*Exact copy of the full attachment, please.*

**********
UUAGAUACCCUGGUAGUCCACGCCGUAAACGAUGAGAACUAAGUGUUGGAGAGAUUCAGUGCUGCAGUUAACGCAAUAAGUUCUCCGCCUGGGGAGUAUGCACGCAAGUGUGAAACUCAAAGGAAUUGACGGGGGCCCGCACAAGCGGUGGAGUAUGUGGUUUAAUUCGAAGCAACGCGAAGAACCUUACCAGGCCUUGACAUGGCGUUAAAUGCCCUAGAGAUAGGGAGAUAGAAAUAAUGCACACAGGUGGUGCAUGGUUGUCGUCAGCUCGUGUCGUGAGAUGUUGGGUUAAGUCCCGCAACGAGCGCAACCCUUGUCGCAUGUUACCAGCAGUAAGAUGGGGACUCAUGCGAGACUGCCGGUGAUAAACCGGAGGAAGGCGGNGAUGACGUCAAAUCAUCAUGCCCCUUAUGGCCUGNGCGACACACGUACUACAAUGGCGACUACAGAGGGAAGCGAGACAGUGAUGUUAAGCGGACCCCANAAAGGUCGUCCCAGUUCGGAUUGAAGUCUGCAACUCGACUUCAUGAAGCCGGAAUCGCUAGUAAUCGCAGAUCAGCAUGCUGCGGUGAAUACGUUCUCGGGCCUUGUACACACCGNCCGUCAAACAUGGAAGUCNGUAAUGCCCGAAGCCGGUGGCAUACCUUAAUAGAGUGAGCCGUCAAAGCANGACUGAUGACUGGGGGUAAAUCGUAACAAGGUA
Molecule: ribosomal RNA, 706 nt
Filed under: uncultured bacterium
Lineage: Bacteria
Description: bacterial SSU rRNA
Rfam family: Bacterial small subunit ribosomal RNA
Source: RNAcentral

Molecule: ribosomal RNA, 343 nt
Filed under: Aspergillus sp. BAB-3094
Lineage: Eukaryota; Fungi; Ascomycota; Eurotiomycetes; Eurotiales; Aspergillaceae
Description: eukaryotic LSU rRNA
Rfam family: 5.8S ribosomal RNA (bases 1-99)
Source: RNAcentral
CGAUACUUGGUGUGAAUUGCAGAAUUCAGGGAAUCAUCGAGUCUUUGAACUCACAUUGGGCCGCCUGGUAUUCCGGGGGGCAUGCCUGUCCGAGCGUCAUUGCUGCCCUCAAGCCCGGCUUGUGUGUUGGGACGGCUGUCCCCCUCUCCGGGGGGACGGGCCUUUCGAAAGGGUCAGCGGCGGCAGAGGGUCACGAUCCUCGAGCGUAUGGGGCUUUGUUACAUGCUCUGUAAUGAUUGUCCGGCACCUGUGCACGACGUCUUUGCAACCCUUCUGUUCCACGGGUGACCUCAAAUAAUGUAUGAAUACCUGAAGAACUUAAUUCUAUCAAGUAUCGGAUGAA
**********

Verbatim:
UUAGAUACCCUGGUAGUCCACGCCGUAAACGAUGAGAACUAAGUGUUGGAGAGAUUCAGUGCUGCAGUUAACGCAAUAAGUUCUCCGCCUGGGGAGUAUGCACGCAAGUGUGAAACUCAAAGGAAUUGACGGGGGCCCGCACAAGCGGUGGAGUAUGUGGUUUAAUUCGAAGCAACGCGAAGAACCUUACCAGGCCUUGACAUGGCGUUAAAUGCCCUAGAGAUAGGGAGAUAGAAAUAAUGCACACAGGUGGUGCAUGGUUGUCGUCAGCUCGUGUCGUGAGAUGUUGGGUUAAGUCCCGCAACGAGCGCAACCCUUGUCGCAUGUUACCAGCAGUAAGAUGGGGACUCAUGCGAGACUGCCGGUGAUAAACCGGAGGAAGGCGGNGAUGACGUCAAAUCAUCAUGCCCCUUAUGGCCUGNGCGACACACGUACUACAAUGGCGACUACAGAGGGAAGCGAGACAGUGAUGUUAAGCGGACCCCANAAAGGUCGUCCCAGUUCGGAUUGAAGUCUGCAACUCGACUUCAUGAAGCCGGAAUCGCUAGUAAUCGCAGAUCAGCAUGCUGCGGUGAAUACGUUCUCGGGCCUUGUACACACCGNCCGUCAAACAUGGAAGUCNGUAAUGCCCGAAGCCGGUGGCAUACCUUAAUAGAGUGAGCCGUCAAAGCANGACUGAUGACUGGGGGUAAAUCGUAACAAGGUA
Molecule: ribosomal RNA, 706 nt
Filed under: uncultured bacterium
Lineage: Bacteria
Description: bacterial SSU rRNA
Rfam family: Bacterial small subunit ribosomal RNA
Source: RNAcentral

Molecule: ribosomal RNA, 343 nt
Filed under: Aspergillus sp. BAB-3094
Lineage: Eukaryota; Fungi; Ascomycota; Eurotiomycetes; Eurotiales; Aspergillaceae
Description: eukaryotic LSU rRNA
Rfam family: 5.8S ribosomal RNA (bases 1-99)
Source: RNAcentral
CGAUACUUGGUGUGAAUUGCAGAAUUCAGGGAAUCAUCGAGUCUUUGAACUCACAUUGGGCCGCCUGGUAUUCCGGGGGGCAUGCCUGUCCGAGCGUCAUUGCUGCCCUCAAGCCCGGCUUGUGUGUUGGGACGGCUGUCCCCCUCUCCGGGGGGACGGGCCUUUCGAAAGGGUCAGCGGCGGCAGAGGGUCACGAUCCUCGAGCGUAUGGGGCUUUGUUACAUGCUCUGUAAUGAUUGUCCGGCACCUGUGCACGACGUCUUUGCAACCCUUCUGUUCCACGGGUGACCUCAAAUAAUGUAUGAAUACCUGAAGAACUUAAUUCUAUCAAGUAUCGGAUGAA